Mama Said: Telling kids little white lies is fine. Isn’t it?
We teach our children to tell the truth, but sometimes we need to tell a few white lies, writes Emily Martin
Sometimes parents have to tell little white lies to make things run more smoothly. Children can’t possibly know the truth about everything. Imagine in the autumn if they knew that the clocks had gone back and tried to stay up an hour later, for example. It would be dangerous for everyone if they knew too much.
And anyway, sometimes it’s amusing just to let children think certain things, for fun. We have to get our fun somewhere, come on.
For example I have a friend whose daughter (she’s 11 now) still thinks it’s called “Old McDonalds” and my friend is looking forward to stringing it out for as long as possible until there’s some inevitable day when it all comes out.
When Girl learned to read she came home from school one day looking up at the tree in the garden in disbelief: “Wait, I thought this was a ‘chree’?” We laughed so much. Spelling lessons had turned some of her fundamental basics upside down.
White lies and more convenient explanations just trip off our tongues without a second thought. “Oh, Netflix stops working at 6pm.” “The fair is shut today.” “The ice cream truck only plays that music when they’ve run out of ice cream.” “The cat? Yes he’s gone to live on a wonderful farm, where very unfortunately we can never visit.” “Ah, I’m afraid only big children are allowed in the park after 4pm, so we’d better get going before they turn up and kick us out.”
Sometimes when I’ve just sat down to eat my dinner, the children will come sneaking down the stairs, looking for scraps and saying they’re hungry. I’ve already cooked their dinner, watched them eat it and washed it all up, so that always feels particularly unfair. Like your boss bothering you after work. So I just tell them, “Oh this is really spicy” and that sends them scattering like a gunshot to the sky.
Spicy little lies. It’s OK to tell them. But anyway, I’ve come unstuck at home with one of the old classics. It’s a traditional lie that generations of children have swallowed for centuries, but for some reason it’s unravelled at my house.
“Carrots help you see in the dark,” I told Boy one day while he was eating and I was scrolling my phone not thinking and just trotting out the lies as usual. “DO they?” he enquired, putting down his fork and suddenly interested. “Yeah,” I said. “I don’t know how it works, they’re just really good for your eyes.”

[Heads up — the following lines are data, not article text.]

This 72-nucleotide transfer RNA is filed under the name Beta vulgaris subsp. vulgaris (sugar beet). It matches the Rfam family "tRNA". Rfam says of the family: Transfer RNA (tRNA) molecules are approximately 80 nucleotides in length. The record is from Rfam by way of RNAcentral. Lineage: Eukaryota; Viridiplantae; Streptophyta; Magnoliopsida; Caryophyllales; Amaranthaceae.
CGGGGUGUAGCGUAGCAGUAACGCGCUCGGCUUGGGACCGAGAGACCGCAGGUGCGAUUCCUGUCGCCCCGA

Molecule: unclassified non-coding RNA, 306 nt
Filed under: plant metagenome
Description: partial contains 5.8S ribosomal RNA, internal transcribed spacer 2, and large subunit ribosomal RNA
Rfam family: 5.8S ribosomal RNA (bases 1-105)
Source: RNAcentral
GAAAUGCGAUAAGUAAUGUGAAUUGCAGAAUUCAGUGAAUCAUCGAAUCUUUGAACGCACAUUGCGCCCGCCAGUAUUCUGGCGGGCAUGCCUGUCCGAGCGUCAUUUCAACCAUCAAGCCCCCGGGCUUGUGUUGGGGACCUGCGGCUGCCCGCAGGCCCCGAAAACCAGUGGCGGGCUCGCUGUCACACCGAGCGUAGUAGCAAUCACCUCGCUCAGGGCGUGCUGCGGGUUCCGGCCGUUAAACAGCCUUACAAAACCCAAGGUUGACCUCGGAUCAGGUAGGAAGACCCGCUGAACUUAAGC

“How dark is it now?” he said. And then for some completely unknown reason I said, “What in this room? Right now? Why, it’s completely pitch black! Wait, can you SEE right now?” I don’t know what I said that for. I thought we were playing.
I thought he’d sense that I was joking from my overly exaggerated tone of voice and the way I’d started the sentence with the word “Why” like a storybook character. But it went wrong. “WHAT?” he said. “You mean right now it’s dark in here and YOU can’t see anything? Mum, oh my God, I can SEE right now. What?!”
Realising I had now told a huge and mind-bending lie I could either kill it there and reveal myself as a liar (“What else has she lied about?” he’d then think). Or I could just somehow carry on in a new world where my son believes that he can see in total darkness. His new superhero eyes were sparkling with wonder and delight. So I of course chose to carry on.
The other night as we lay in his bed, light filling the room, but as far as my son was concerned we lay in total darkness. He asked why can’t he have a baby? So I gave him the good news, “Well you can! You can have a baby when you grow up!” but he looked sadder.
“I can’t have it in my tummy though.” I confirmed sadly not. “So how do babies GET in your tummy?” he asked.
Oh no, I thought. Not this, anything but this. “Umm, well the daddy puts it in there,” I said. And his face immediately brightened. “Did MY daddy put me in your tummy?” Oh no. Oh my God. “Yes”, I confirmed carefully.
“How though?” he asked, looking suspicious. “Umm, just by cuddling really,” I said, wishing so much we were still talking about carrots. “But Daddy never lets you cuddle him,” he said, confused. Oh what a tangled web I’ve weaved.
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